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In the desert of the Kalahari where the arid region bakes for much of the year, the rain is scarce and a miracle maker. Flowers and insects all flourish post the rain for a short period when the life cycle of most species needs to complete in short order. The colours and smells are intense and so is the need to feed and reproduce in Tswalu reserve during dusk.
Armoured Ground Cricket – Acanthoplus discoidalis
The Armoured Ground Cricket is a wide-bodied, flightless species that typically grows to a body length of about 5 cm. The pronotum bears several sharp, conical spines. The mandibles, or main biting jaws, are powerful; they can inflict a painful nip and they permit the insect to feed on material such as tough herbage or carrion. Another defense against predators is reflex bleeding (also called "autohaemorrhaging") in which the insects squirt haemolymph from pores in their exoskeleton, achieving a range of a few centimetres. Especially when their diet is deficient in protein and salt, members of the species commonly become cannibalistic, so much so that when their populations peak in autumn and some of them stray across roads and are crushed by traffic, cannibalistic conspecifics congregate around the casualties and feed until they, in turn, are killed.
Nikon D300, DX format, AF-Nikkor 105mm f 2.8 Macro lens, 1/80th sec @ f11, ISO 800
Photograph by Andrew Woodburn
Later afternoon in the Okavango Delta, Botswana, this Leopard climbed a very tall dead tree and chose a comfortable branch on which to lay and survey the panoramic view before him. While he lay there the moon was seen to slowly rise and peer out from behind the some misty clouds.
Leopard -Panthera pardus
Leopards embody feline beauty with stealth, infinite patience and power. A Leopard will get to within 5 m of its quarry before pouncing, taking it completely by surprise. Tremendously strong, these cats can carry a 70 kg Impala to a feeding position up a tree.
Nikon D5, 20 megapixel resolution with Nikkor VR80 – 400mm f4.5 – 5.6G lens with Nikon 1.4 x Teleconverter, effective focal length 135mm, 1/800 sec @ f16, Auto ISO 2800
Photograph by Trevor Woodburn
“Back-off, Big Boy!”
With evening rapidly approaching on the Chobe River, this plucky little Africa Jacana was sitting on eggs in its net which had been built on the floating vegetation. An old male Buffalo waded into the water towards the nest and threatened to destroy the nest and its precious eggs. The Jacana reared up with its wings spread out and it bellowed loudly in an effort to chase away the approaching buffalo who then retreated and waded off in a different direction.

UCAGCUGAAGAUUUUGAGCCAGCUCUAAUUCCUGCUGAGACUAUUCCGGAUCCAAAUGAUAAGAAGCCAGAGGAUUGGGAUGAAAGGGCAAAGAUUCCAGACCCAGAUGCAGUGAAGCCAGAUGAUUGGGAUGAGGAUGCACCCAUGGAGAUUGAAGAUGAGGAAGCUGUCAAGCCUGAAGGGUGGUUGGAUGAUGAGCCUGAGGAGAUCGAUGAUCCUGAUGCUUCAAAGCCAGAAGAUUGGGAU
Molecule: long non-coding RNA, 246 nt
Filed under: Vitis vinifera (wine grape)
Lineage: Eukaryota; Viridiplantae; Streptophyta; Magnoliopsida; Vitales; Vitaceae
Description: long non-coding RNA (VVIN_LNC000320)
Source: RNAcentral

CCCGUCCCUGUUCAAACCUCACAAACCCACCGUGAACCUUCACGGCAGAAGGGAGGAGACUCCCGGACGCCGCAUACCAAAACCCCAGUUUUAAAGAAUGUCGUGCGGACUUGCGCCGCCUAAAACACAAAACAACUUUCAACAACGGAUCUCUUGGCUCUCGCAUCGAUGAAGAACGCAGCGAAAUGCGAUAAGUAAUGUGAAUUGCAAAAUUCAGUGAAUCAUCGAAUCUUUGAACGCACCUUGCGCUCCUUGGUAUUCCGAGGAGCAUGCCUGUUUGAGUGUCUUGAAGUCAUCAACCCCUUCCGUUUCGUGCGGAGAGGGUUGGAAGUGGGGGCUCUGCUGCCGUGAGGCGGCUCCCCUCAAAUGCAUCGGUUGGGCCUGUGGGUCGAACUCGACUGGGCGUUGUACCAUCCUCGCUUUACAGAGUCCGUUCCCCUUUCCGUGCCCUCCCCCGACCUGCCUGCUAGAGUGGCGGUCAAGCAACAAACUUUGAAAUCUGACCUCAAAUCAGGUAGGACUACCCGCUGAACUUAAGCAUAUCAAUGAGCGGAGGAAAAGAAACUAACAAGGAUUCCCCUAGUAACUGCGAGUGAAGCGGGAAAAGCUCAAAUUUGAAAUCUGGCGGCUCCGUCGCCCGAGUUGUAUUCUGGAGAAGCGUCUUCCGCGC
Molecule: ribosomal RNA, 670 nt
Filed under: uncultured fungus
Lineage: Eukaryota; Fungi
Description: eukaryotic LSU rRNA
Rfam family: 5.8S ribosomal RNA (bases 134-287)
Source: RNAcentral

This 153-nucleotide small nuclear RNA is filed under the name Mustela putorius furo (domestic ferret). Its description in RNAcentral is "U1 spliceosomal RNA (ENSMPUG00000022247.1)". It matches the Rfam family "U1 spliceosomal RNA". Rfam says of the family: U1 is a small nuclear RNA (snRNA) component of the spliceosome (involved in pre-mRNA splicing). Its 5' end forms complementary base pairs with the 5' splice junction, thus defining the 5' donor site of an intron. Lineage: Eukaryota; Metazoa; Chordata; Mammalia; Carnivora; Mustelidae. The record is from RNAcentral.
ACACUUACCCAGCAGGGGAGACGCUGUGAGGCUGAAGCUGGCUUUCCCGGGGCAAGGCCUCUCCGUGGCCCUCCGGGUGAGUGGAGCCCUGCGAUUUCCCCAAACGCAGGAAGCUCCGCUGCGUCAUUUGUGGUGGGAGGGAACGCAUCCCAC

African Jacana – Actophilornis africanus
This bird has a distinctive rich chestnut body, white neck, yellow upper breast, black and white head with a blue frontal shield. The Female Jacana mates with many different males who then incubate, hatch and raise the chicks.
African or Cape Buffalo - Syncerus caffer.Massive build with short, powerful limbs and cow’s tail. Broad head with wide mouth, moist nostrils and drooping, fringed ears. The size and shape of the horns reflect sex and age.
Nikon D5 with Nikkor VR80-400mm f4.5-5.6G lens with Nikon 1.4 x Teleconverter, effective focal length 390mm, 1/3200 sec @ f16, Auto ISO 22800
From Heaven to Earth
On the river banks of the Sabie river after a 44o Celsius day the thunder clouds of Cumulo Nibus storms were seen to be windblown towards the north. This vantage point allowed us to see the lightning flashing and reflecting of the rivers surface lighting up the sand and islands.
Lightning is a sudden electrostatic discharge that occurs during a thunderstorm. This discharge occurs between electrically charged regions of a cloud (called intra-cloud lightning or IC), between two clouds (CC lightning), or between a cloud and the ground (CG lightning).
The charged regions in the atmosphere temporarily equalize themselves through this discharge referred to as a strike if it hits an object on the ground, and a flash, if it occurs within a cloud. Lightning causes light in the form of plasma, and sound in the form of thunder. Lightning may be seen and not heard when it occurs at a distance too great for the sound to carry as far as the light from the strike or flash.
Nikon D300, DX format, AF-S VR-Nikkor10-200mm f 3.5-5.6 lens, Manual at 32mm, 30 sec @ f9, ISO 100